The law of 1844, by which the Firefighting Company was created, established that the Firemen’s uniforms were to be “just so as those of the Army’s Infantry” but with slight differences. The shape and colour of the uniforms remained unchanged up until 1851:
– A ridged brass helmet, with the Eagle of Muntenia on the front and with a scaled chinstrap. At ceremonies, a black horsetail was attached to the ridge. The alternative headgear was a so-called “round cap”, of grey cloth, with a short round leather visor, with a small and soft brim and with a strip in the characteristic colour of the “Commission” to which the soldier belonged. The Section attached to the Agie had been assigned the colour red, with the Eagle of Muntenia on the front.
– Tunic of dark-blue cloth, with slightly shorter laps than those of the Line Infantry, with a straight collar, with one row of 9 gilt buttons, with cornered cuffs, with false pocket flaps at the back, fastened with 6 gilt buttons, with piping at the collar, the shoulder-boards, the cuffs and at the back flaps, in the colour of the “Commission” the soldier belonged to – red.
– Black cloth tie.
– Straight dark-blue breeches, with red piping in the colour of the “Commission” the respective soldier belonged to. Those of the Agie Section had red piping.
– The “Firefighting” uniform consisted of a dark-blue spencer, with a wide leather belt at the waist, grey breeches – the spencer and the breeches were of canvas for the summer attire. The “Firefighting” helmet was devoid of the ridge and of the black horsetail, but instead had on the front the number of the “Section” the soldier belonged to, instead of the Eagle. The Section of the Agie kept the Eagle on the “Firefighting” helmet as well.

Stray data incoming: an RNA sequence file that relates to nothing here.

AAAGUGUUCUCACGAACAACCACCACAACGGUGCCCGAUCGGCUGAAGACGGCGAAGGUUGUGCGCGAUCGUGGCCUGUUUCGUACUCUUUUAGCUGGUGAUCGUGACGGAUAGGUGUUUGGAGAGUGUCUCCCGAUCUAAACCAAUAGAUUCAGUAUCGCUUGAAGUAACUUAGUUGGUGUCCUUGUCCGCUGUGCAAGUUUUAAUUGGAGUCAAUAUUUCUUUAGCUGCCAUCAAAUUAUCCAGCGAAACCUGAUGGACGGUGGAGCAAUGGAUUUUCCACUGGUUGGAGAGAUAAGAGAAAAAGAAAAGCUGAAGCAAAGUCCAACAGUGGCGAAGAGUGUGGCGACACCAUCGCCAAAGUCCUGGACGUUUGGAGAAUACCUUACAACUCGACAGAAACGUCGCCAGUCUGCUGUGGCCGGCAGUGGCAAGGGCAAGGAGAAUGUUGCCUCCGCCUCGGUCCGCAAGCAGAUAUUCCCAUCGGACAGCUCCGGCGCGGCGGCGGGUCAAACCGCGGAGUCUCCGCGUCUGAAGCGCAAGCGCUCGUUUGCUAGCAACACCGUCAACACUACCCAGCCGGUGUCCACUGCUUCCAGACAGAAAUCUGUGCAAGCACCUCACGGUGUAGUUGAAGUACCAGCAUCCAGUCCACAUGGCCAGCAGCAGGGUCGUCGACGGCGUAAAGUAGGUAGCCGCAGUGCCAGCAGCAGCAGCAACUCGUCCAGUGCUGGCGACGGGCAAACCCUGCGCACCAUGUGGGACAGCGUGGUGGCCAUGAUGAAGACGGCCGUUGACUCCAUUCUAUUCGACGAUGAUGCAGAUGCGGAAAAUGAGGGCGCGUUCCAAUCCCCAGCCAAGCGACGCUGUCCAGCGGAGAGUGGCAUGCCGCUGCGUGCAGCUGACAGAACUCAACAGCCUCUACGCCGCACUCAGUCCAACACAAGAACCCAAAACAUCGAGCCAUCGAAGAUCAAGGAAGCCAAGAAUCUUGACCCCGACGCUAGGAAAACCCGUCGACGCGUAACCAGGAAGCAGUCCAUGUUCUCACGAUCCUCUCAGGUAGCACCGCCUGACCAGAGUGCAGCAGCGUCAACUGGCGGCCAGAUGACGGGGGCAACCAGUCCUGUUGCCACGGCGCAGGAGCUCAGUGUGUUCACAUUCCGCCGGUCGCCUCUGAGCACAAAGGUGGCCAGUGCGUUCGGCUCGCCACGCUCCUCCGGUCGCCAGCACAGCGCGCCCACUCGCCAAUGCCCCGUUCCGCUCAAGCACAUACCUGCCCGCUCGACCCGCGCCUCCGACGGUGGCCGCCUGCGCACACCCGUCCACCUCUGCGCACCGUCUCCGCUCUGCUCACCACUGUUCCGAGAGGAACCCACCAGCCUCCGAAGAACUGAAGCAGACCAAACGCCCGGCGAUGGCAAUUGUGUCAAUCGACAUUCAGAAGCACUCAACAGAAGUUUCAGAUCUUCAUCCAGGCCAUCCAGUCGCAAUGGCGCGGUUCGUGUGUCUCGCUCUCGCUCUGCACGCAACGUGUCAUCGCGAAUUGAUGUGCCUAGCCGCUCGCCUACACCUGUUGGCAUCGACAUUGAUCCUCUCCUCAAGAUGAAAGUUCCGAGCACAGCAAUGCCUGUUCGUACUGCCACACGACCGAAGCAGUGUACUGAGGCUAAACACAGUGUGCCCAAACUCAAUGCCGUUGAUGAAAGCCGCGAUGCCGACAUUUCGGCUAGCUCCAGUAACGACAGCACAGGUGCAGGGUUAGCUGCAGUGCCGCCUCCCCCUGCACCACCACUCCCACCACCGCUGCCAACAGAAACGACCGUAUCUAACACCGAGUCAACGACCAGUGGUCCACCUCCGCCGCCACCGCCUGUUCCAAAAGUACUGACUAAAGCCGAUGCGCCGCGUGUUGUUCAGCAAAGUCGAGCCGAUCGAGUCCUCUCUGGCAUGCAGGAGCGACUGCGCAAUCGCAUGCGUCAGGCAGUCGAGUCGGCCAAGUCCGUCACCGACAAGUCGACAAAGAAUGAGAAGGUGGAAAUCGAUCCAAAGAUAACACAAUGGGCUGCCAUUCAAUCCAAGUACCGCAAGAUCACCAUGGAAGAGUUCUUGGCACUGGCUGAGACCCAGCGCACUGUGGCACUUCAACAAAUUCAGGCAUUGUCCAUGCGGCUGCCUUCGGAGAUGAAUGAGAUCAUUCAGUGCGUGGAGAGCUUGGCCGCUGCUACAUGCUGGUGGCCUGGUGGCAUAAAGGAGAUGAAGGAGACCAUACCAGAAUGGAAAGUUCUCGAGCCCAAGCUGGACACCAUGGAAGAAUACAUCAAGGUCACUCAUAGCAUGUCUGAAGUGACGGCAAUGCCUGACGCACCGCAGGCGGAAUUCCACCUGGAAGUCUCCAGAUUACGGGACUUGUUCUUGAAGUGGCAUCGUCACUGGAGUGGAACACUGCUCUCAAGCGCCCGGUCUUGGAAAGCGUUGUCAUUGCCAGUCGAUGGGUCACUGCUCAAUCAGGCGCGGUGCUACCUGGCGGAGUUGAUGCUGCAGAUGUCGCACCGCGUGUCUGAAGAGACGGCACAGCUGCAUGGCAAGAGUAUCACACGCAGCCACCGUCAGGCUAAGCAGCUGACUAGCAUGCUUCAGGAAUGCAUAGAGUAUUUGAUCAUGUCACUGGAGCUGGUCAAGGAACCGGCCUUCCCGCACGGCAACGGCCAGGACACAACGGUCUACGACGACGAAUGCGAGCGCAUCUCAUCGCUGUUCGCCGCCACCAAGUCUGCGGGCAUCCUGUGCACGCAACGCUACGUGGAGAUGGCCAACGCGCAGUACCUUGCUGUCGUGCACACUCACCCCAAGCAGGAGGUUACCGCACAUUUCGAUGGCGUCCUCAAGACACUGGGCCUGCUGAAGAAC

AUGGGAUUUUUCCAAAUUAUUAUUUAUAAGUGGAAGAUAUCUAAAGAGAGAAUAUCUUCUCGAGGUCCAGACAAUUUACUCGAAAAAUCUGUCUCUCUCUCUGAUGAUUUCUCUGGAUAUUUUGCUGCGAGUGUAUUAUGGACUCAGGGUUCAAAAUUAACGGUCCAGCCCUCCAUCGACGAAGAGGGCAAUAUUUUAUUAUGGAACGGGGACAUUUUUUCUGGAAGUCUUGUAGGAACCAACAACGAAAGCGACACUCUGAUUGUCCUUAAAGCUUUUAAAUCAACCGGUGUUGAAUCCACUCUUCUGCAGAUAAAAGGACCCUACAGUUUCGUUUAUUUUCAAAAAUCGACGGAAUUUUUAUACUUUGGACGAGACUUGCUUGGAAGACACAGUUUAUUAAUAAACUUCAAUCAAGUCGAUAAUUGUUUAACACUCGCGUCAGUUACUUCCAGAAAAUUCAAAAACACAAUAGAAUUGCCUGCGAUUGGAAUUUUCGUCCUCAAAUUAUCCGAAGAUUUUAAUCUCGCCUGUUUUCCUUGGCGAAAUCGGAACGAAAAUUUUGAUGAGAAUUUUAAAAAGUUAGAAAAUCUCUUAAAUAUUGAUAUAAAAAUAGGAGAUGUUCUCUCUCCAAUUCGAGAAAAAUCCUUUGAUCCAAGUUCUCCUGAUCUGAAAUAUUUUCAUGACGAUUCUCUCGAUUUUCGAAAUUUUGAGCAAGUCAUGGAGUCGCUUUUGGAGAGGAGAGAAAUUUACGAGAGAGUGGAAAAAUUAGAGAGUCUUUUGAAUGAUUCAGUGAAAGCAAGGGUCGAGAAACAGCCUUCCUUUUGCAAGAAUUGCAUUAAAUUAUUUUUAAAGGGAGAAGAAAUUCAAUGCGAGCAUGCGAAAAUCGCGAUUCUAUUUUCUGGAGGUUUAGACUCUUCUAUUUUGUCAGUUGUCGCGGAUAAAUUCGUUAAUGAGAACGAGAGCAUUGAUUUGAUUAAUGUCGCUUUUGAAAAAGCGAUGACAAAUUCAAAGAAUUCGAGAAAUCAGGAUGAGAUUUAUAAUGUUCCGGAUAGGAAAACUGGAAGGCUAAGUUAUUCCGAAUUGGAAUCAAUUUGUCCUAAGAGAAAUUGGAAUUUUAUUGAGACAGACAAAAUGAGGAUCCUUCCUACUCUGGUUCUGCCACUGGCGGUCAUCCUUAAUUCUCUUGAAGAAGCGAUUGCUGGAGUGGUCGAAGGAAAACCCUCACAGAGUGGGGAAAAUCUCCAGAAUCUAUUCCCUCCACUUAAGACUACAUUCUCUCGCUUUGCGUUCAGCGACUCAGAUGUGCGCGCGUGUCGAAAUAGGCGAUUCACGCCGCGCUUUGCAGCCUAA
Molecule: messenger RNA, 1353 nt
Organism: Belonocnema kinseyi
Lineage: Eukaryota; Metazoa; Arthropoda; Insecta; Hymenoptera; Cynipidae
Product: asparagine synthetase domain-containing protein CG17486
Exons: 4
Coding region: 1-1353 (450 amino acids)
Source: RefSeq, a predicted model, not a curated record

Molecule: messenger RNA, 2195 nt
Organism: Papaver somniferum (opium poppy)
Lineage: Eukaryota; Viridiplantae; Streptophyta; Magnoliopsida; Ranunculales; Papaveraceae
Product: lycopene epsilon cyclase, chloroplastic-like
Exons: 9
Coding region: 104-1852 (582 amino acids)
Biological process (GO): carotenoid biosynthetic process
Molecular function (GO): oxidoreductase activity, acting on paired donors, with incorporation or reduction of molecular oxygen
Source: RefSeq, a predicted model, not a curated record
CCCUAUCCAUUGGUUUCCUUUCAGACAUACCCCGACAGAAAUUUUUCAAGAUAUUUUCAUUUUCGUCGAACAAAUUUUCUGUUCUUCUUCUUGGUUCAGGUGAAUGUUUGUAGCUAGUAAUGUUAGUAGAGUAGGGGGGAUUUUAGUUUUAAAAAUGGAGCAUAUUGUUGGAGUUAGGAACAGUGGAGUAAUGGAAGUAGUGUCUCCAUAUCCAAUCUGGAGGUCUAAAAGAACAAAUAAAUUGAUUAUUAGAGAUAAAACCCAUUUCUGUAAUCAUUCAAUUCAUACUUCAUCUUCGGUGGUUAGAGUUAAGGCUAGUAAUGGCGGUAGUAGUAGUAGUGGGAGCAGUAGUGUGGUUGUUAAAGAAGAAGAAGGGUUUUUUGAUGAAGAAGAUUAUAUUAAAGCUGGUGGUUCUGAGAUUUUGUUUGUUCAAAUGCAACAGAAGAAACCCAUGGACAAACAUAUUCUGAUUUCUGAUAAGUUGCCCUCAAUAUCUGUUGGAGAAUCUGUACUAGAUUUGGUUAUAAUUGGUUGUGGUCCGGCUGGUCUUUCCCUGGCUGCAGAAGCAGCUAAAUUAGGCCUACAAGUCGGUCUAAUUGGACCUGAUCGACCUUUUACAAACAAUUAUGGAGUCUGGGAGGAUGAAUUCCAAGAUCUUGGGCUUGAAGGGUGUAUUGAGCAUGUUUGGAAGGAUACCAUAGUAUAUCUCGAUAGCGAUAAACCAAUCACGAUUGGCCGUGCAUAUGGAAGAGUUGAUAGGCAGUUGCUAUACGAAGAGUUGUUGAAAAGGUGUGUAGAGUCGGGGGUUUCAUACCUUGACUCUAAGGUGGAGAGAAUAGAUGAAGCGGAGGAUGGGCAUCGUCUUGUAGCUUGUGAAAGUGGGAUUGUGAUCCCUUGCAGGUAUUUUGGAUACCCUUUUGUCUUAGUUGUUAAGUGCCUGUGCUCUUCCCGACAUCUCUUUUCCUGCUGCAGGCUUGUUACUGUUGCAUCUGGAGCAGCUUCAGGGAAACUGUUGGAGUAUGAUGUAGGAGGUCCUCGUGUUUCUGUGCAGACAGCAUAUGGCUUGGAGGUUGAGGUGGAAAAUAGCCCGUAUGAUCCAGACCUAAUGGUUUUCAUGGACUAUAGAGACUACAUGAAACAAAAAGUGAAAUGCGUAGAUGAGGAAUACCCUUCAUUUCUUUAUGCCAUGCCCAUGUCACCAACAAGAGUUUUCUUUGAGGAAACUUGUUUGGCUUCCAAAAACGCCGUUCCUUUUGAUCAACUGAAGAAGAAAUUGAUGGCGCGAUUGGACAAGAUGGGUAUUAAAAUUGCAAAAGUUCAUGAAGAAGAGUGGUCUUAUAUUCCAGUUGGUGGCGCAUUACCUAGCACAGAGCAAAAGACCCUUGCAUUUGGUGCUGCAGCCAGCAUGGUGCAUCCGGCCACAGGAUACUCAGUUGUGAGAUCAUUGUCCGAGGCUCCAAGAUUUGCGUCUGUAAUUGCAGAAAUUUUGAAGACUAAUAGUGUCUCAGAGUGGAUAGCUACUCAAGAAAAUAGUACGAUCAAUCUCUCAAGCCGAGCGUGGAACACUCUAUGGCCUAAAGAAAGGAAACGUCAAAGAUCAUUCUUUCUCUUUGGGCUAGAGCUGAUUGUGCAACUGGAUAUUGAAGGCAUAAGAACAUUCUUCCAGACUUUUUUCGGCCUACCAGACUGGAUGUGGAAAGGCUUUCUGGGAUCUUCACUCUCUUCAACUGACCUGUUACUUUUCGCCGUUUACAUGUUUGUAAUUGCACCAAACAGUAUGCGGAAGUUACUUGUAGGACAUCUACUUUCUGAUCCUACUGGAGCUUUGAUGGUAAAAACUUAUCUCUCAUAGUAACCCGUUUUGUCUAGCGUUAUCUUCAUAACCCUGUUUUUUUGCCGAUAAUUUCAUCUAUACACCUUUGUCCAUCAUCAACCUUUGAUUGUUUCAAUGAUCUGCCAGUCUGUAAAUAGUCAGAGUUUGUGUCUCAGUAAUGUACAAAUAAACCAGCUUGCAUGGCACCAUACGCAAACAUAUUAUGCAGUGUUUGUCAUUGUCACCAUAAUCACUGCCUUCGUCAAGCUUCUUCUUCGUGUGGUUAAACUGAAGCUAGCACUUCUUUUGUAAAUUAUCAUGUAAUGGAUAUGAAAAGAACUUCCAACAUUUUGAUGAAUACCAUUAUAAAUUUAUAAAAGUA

– Black laced boots.
– A cartridge pouch and a bayonet scabbard suspended on two wide black leather belts, worn diagonally across the chest.
-Rank insignia was represented on the collar, through borders of white braided lace stripes, for NCOs and Junior Officers, and silver thread for Officers. Officers also wore scaled metal epaulettes on their shoulders and the Hausse-Col at the neck, a distinctive mark in the shape of a metallic crescent, on which the Eagle of Muntenia was represented in relief.
Prince Alexandru Ioan Cuza created a special medal, “Pro Virtute Militari”, to reward the firemen heroes of the battle of Dealul Spirii, by the Law nr. 20 on the 30th of May 1860. The medal had an inscription on the back with the date and the location of this significant feat of arms, unique in the military history of Romania. The decoration was awarded only after Romania had obtained its independence, under the ruler Carol I, by way of law I.D. 9067 of September 8th 1878.
By Royal Decree 1368 of May 15th 1935, the Military Firefighting Companies of Bucharest and Iasi were awarded the right to wear, as of the 9th of May 1935, the commemorative “100 Year Hausse-Col”, identical for both officers and regular soldiers. This was a mark of yellow metal, crescent shaped, bearing the royal crown and the coat of arms of Muntenia. It was worn in front, under the lower edge of the collar, attached by a chain around the neck. It was meant to identify the units of great prestige in the Romanian army which had reached 100 years of glorious and uninterrupted existence.